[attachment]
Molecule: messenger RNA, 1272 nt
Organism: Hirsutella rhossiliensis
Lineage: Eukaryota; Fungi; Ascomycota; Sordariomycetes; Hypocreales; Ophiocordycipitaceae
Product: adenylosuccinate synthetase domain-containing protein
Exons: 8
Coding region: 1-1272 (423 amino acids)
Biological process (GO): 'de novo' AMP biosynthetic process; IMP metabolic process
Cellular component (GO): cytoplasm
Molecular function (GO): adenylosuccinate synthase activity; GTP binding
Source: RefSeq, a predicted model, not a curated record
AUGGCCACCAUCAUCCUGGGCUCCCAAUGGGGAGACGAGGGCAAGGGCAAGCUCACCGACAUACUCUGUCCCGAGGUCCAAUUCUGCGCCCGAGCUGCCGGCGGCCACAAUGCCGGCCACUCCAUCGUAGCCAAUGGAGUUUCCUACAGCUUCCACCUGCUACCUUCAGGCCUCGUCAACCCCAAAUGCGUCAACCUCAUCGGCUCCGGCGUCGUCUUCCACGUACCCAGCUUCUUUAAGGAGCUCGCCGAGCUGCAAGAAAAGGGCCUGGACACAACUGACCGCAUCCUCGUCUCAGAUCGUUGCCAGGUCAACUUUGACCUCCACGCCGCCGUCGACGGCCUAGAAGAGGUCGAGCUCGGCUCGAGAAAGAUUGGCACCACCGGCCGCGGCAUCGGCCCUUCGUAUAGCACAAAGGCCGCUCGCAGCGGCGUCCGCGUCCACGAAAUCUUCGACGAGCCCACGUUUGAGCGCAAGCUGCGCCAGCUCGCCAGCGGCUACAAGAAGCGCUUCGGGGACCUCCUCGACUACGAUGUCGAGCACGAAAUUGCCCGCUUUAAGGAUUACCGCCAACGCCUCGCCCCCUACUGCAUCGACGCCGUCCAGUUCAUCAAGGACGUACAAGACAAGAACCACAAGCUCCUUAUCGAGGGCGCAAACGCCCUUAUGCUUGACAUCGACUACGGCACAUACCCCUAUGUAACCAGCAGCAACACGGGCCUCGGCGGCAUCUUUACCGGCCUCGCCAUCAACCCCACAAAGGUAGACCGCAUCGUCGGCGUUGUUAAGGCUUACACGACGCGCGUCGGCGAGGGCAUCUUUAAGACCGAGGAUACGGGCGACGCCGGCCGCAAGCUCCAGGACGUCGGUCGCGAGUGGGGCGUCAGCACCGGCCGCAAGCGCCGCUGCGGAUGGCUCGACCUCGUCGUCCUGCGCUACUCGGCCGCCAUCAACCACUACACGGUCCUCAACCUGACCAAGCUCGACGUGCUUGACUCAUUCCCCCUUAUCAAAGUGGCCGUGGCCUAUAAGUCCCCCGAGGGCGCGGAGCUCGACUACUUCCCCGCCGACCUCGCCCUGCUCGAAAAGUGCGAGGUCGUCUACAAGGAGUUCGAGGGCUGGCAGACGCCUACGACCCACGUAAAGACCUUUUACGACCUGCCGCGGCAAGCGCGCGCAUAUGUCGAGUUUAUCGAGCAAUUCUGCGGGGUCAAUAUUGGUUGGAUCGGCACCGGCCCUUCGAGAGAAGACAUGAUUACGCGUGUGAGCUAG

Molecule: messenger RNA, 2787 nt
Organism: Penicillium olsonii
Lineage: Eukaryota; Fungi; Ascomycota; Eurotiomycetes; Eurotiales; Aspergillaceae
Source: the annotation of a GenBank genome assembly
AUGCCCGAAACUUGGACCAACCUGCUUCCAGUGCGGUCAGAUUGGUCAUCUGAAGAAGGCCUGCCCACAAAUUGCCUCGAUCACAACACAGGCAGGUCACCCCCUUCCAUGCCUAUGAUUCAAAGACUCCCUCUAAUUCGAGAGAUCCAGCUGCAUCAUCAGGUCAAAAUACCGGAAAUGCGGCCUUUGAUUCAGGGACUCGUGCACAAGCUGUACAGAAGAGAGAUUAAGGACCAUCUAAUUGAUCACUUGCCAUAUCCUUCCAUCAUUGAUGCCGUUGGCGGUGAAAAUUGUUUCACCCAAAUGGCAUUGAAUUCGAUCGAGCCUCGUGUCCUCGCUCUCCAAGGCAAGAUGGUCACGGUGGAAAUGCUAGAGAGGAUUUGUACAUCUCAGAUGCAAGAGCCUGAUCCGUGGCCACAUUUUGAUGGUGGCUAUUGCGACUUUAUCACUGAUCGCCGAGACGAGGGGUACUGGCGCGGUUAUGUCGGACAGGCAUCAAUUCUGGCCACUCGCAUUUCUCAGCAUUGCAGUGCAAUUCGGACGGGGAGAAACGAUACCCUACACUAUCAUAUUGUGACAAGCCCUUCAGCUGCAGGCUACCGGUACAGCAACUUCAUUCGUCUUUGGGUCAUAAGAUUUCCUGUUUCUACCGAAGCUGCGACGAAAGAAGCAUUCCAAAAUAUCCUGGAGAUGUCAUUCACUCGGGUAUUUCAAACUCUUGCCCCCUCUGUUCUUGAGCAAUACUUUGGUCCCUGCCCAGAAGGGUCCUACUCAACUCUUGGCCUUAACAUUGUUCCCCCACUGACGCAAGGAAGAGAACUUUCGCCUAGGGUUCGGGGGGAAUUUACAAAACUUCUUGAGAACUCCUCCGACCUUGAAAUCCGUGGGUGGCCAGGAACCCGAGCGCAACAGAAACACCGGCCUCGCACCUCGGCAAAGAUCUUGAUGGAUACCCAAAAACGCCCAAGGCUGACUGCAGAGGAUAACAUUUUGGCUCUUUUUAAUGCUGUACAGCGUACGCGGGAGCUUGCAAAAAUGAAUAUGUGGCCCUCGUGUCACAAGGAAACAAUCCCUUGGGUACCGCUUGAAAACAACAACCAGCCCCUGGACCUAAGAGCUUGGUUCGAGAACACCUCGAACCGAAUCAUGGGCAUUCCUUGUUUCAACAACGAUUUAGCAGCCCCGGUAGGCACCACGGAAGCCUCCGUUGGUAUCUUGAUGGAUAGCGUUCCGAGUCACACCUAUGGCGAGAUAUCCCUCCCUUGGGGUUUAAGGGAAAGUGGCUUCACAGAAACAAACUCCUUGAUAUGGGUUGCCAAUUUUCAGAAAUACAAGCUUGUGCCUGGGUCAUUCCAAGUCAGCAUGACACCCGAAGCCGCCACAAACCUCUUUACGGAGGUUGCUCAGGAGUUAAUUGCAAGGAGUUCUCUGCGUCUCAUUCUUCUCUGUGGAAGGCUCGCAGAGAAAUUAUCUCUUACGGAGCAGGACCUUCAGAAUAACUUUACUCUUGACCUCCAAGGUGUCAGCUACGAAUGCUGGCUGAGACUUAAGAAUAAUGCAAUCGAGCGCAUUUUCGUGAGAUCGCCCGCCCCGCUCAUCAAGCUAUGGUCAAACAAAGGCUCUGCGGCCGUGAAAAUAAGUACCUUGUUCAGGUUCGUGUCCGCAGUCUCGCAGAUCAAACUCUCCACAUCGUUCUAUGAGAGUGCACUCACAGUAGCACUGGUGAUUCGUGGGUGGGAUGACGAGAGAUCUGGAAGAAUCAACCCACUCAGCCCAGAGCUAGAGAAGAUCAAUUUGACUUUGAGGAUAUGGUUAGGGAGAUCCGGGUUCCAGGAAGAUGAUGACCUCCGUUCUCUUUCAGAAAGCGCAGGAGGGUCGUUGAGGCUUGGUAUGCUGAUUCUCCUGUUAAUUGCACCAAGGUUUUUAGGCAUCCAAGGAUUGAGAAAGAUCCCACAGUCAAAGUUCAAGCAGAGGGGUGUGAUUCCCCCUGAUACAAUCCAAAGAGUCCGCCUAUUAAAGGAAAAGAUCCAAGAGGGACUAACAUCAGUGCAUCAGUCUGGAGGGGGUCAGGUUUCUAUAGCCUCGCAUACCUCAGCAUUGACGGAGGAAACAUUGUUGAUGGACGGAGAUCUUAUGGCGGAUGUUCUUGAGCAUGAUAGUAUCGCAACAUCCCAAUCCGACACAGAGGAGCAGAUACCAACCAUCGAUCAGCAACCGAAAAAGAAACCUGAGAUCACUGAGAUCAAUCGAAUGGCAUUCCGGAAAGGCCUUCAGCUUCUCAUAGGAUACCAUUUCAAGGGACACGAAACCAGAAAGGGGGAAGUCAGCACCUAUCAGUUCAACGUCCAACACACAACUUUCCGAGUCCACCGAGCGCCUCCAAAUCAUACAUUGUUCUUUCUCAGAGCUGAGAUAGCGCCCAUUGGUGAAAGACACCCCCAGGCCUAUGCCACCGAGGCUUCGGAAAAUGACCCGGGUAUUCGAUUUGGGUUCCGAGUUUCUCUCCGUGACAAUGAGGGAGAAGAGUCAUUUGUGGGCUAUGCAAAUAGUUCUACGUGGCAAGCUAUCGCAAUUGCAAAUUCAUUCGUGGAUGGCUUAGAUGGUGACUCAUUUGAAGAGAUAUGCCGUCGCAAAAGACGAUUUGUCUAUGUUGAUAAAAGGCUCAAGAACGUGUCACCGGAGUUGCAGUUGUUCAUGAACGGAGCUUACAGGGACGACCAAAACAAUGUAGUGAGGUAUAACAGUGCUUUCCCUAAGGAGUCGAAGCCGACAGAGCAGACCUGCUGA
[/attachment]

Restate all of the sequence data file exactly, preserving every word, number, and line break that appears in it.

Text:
Molecule: messenger RNA, 1272 nt
Organism: Hirsutella rhossiliensis
Lineage: Eukaryota; Fungi; Ascomycota; Sordariomycetes; Hypocreales; Ophiocordycipitaceae
Product: adenylosuccinate synthetase domain-containing protein
Exons: 8
Coding region: 1-1272 (423 amino acids)
Biological process (GO): 'de novo' AMP biosynthetic process; IMP metabolic process
Cellular component (GO): cytoplasm
Molecular function (GO): adenylosuccinate synthase activity; GTP binding
Source: RefSeq, a predicted model, not a curated record
AUGGCCACCAUCAUCCUGGGCUCCCAAUGGGGAGACGAGGGCAAGGGCAAGCUCACCGACAUACUCUGUCCCGAGGUCCAAUUCUGCGCCCGAGCUGCCGGCGGCCACAAUGCCGGCCACUCCAUCGUAGCCAAUGGAGUUUCCUACAGCUUCCACCUGCUACCUUCAGGCCUCGUCAACCCCAAAUGCGUCAACCUCAUCGGCUCCGGCGUCGUCUUCCACGUACCCAGCUUCUUUAAGGAGCUCGCCGAGCUGCAAGAAAAGGGCCUGGACACAACUGACCGCAUCCUCGUCUCAGAUCGUUGCCAGGUCAACUUUGACCUCCACGCCGCCGUCGACGGCCUAGAAGAGGUCGAGCUCGGCUCGAGAAAGAUUGGCACCACCGGCCGCGGCAUCGGCCCUUCGUAUAGCACAAAGGCCGCUCGCAGCGGCGUCCGCGUCCACGAAAUCUUCGACGAGCCCACGUUUGAGCGCAAGCUGCGCCAGCUCGCCAGCGGCUACAAGAAGCGCUUCGGGGACCUCCUCGACUACGAUGUCGAGCACGAAAUUGCCCGCUUUAAGGAUUACCGCCAACGCCUCGCCCCCUACUGCAUCGACGCCGUCCAGUUCAUCAAGGACGUACAAGACAAGAACCACAAGCUCCUUAUCGAGGGCGCAAACGCCCUUAUGCUUGACAUCGACUACGGCACAUACCCCUAUGUAACCAGCAGCAACACGGGCCUCGGCGGCAUCUUUACCGGCCUCGCCAUCAACCCCACAAAGGUAGACCGCAUCGUCGGCGUUGUUAAGGCUUACACGACGCGCGUCGGCGAGGGCAUCUUUAAGACCGAGGAUACGGGCGACGCCGGCCGCAAGCUCCAGGACGUCGGUCGCGAGUGGGGCGUCAGCACCGGCCGCAAGCGCCGCUGCGGAUGGCUCGACCUCGUCGUCCUGCGCUACUCGGCCGCCAUCAACCACUACACGGUCCUCAACCUGACCAAGCUCGACGUGCUUGACUCAUUCCCCCUUAUCAAAGUGGCCGUGGCCUAUAAGUCCCCCGAGGGCGCGGAGCUCGACUACUUCCCCGCCGACCUCGCCCUGCUCGAAAAGUGCGAGGUCGUCUACAAGGAGUUCGAGGGCUGGCAGACGCCUACGACCCACGUAAAGACCUUUUACGACCUGCCGCGGCAAGCGCGCGCAUAUGUCGAGUUUAUCGAGCAAUUCUGCGGGGUCAAUAUUGGUUGGAUCGGCACCGGCCCUUCGAGAGAAGACAUGAUUACGCGUGUGAGCUAG

Molecule: messenger RNA, 2787 nt
Organism: Penicillium olsonii
Lineage: Eukaryota; Fungi; Ascomycota; Eurotiomycetes; Eurotiales; Aspergillaceae
Source: the annotation of a GenBank genome assembly
AUGCCCGAAACUUGGACCAACCUGCUUCCAGUGCGGUCAGAUUGGUCAUCUGAAGAAGGCCUGCCCACAAAUUGCCUCGAUCACAACACAGGCAGGUCACCCCCUUCCAUGCCUAUGAUUCAAAGACUCCCUCUAAUUCGAGAGAUCCAGCUGCAUCAUCAGGUCAAAAUACCGGAAAUGCGGCCUUUGAUUCAGGGACUCGUGCACAAGCUGUACAGAAGAGAGAUUAAGGACCAUCUAAUUGAUCACUUGCCAUAUCCUUCCAUCAUUGAUGCCGUUGGCGGUGAAAAUUGUUUCACCCAAAUGGCAUUGAAUUCGAUCGAGCCUCGUGUCCUCGCUCUCCAAGGCAAGAUGGUCACGGUGGAAAUGCUAGAGAGGAUUUGUACAUCUCAGAUGCAAGAGCCUGAUCCGUGGCCACAUUUUGAUGGUGGCUAUUGCGACUUUAUCACUGAUCGCCGAGACGAGGGGUACUGGCGCGGUUAUGUCGGACAGGCAUCAAUUCUGGCCACUCGCAUUUCUCAGCAUUGCAGUGCAAUUCGGACGGGGAGAAACGAUACCCUACACUAUCAUAUUGUGACAAGCCCUUCAGCUGCAGGCUACCGGUACAGCAACUUCAUUCGUCUUUGGGUCAUAAGAUUUCCUGUUUCUACCGAAGCUGCGACGAAAGAAGCAUUCCAAAAUAUCCUGGAGAUGUCAUUCACUCGGGUAUUUCAAACUCUUGCCCCCUCUGUUCUUGAGCAAUACUUUGGUCCCUGCCCAGAAGGGUCCUACUCAACUCUUGGCCUUAACAUUGUUCCCCCACUGACGCAAGGAAGAGAACUUUCGCCUAGGGUUCGGGGGGAAUUUACAAAACUUCUUGAGAACUCCUCCGACCUUGAAAUCCGUGGGUGGCCAGGAACCCGAGCGCAACAGAAACACCGGCCUCGCACCUCGGCAAAGAUCUUGAUGGAUACCCAAAAACGCCCAAGGCUGACUGCAGAGGAUAACAUUUUGGCUCUUUUUAAUGCUGUACAGCGUACGCGGGAGCUUGCAAAAAUGAAUAUGUGGCCCUCGUGUCACAAGGAAACAAUCCCUUGGGUACCGCUUGAAAACAACAACCAGCCCCUGGACCUAAGAGCUUGGUUCGAGAACACCUCGAACCGAAUCAUGGGCAUUCCUUGUUUCAACAACGAUUUAGCAGCCCCGGUAGGCACCACGGAAGCCUCCGUUGGUAUCUUGAUGGAUAGCGUUCCGAGUCACACCUAUGGCGAGAUAUCCCUCCCUUGGGGUUUAAGGGAAAGUGGCUUCACAGAAACAAACUCCUUGAUAUGGGUUGCCAAUUUUCAGAAAUACAAGCUUGUGCCUGGGUCAUUCCAAGUCAGCAUGACACCCGAAGCCGCCACAAACCUCUUUACGGAGGUUGCUCAGGAGUUAAUUGCAAGGAGUUCUCUGCGUCUCAUUCUUCUCUGUGGAAGGCUCGCAGAGAAAUUAUCUCUUACGGAGCAGGACCUUCAGAAUAACUUUACUCUUGACCUCCAAGGUGUCAGCUACGAAUGCUGGCUGAGACUUAAGAAUAAUGCAAUCGAGCGCAUUUUCGUGAGAUCGCCCGCCCCGCUCAUCAAGCUAUGGUCAAACAAAGGCUCUGCGGCCGUGAAAAUAAGUACCUUGUUCAGGUUCGUGUCCGCAGUCUCGCAGAUCAAACUCUCCACAUCGUUCUAUGAGAGUGCACUCACAGUAGCACUGGUGAUUCGUGGGUGGGAUGACGAGAGAUCUGGAAGAAUCAACCCACUCAGCCCAGAGCUAGAGAAGAUCAAUUUGACUUUGAGGAUAUGGUUAGGGAGAUCCGGGUUCCAGGAAGAUGAUGACCUCCGUUCUCUUUCAGAAAGCGCAGGAGGGUCGUUGAGGCUUGGUAUGCUGAUUCUCCUGUUAAUUGCACCAAGGUUUUUAGGCAUCCAAGGAUUGAGAAAGAUCCCACAGUCAAAGUUCAAGCAGAGGGGUGUGAUUCCCCCUGAUACAAUCCAAAGAGUCCGCCUAUUAAAGGAAAAGAUCCAAGAGGGACUAACAUCAGUGCAUCAGUCUGGAGGGGGUCAGGUUUCUAUAGCCUCGCAUACCUCAGCAUUGACGGAGGAAACAUUGUUGAUGGACGGAGAUCUUAUGGCGGAUGUUCUUGAGCAUGAUAGUAUCGCAACAUCCCAAUCCGACACAGAGGAGCAGAUACCAACCAUCGAUCAGCAACCGAAAAAGAAACCUGAGAUCACUGAGAUCAAUCGAAUGGCAUUCCGGAAAGGCCUUCAGCUUCUCAUAGGAUACCAUUUCAAGGGACACGAAACCAGAAAGGGGGAAGUCAGCACCUAUCAGUUCAACGUCCAACACACAACUUUCCGAGUCCACCGAGCGCCUCCAAAUCAUACAUUGUUCUUUCUCAGAGCUGAGAUAGCGCCCAUUGGUGAAAGACACCCCCAGGCCUAUGCCACCGAGGCUUCGGAAAAUGACCCGGGUAUUCGAUUUGGGUUCCGAGUUUCUCUCCGUGACAAUGAGGGAGAAGAGUCAUUUGUGGGCUAUGCAAAUAGUUCUACGUGGCAAGCUAUCGCAAUUGCAAAUUCAUUCGUGGAUGGCUUAGAUGGUGACUCAUUUGAAGAGAUAUGCCGUCGCAAAAGACGAUUUGUCUAUGUUGAUAAAAGGCUCAAGAACGUGUCACCGGAGUUGCAGUUGUUCAUGAACGGAGCUUACAGGGACGACCAAAACAAUGUAGUGAGGUAUAACAGUGCUUUCCCUAAGGAGUCGAAGCCGACAGAGCAGACCUGCUGA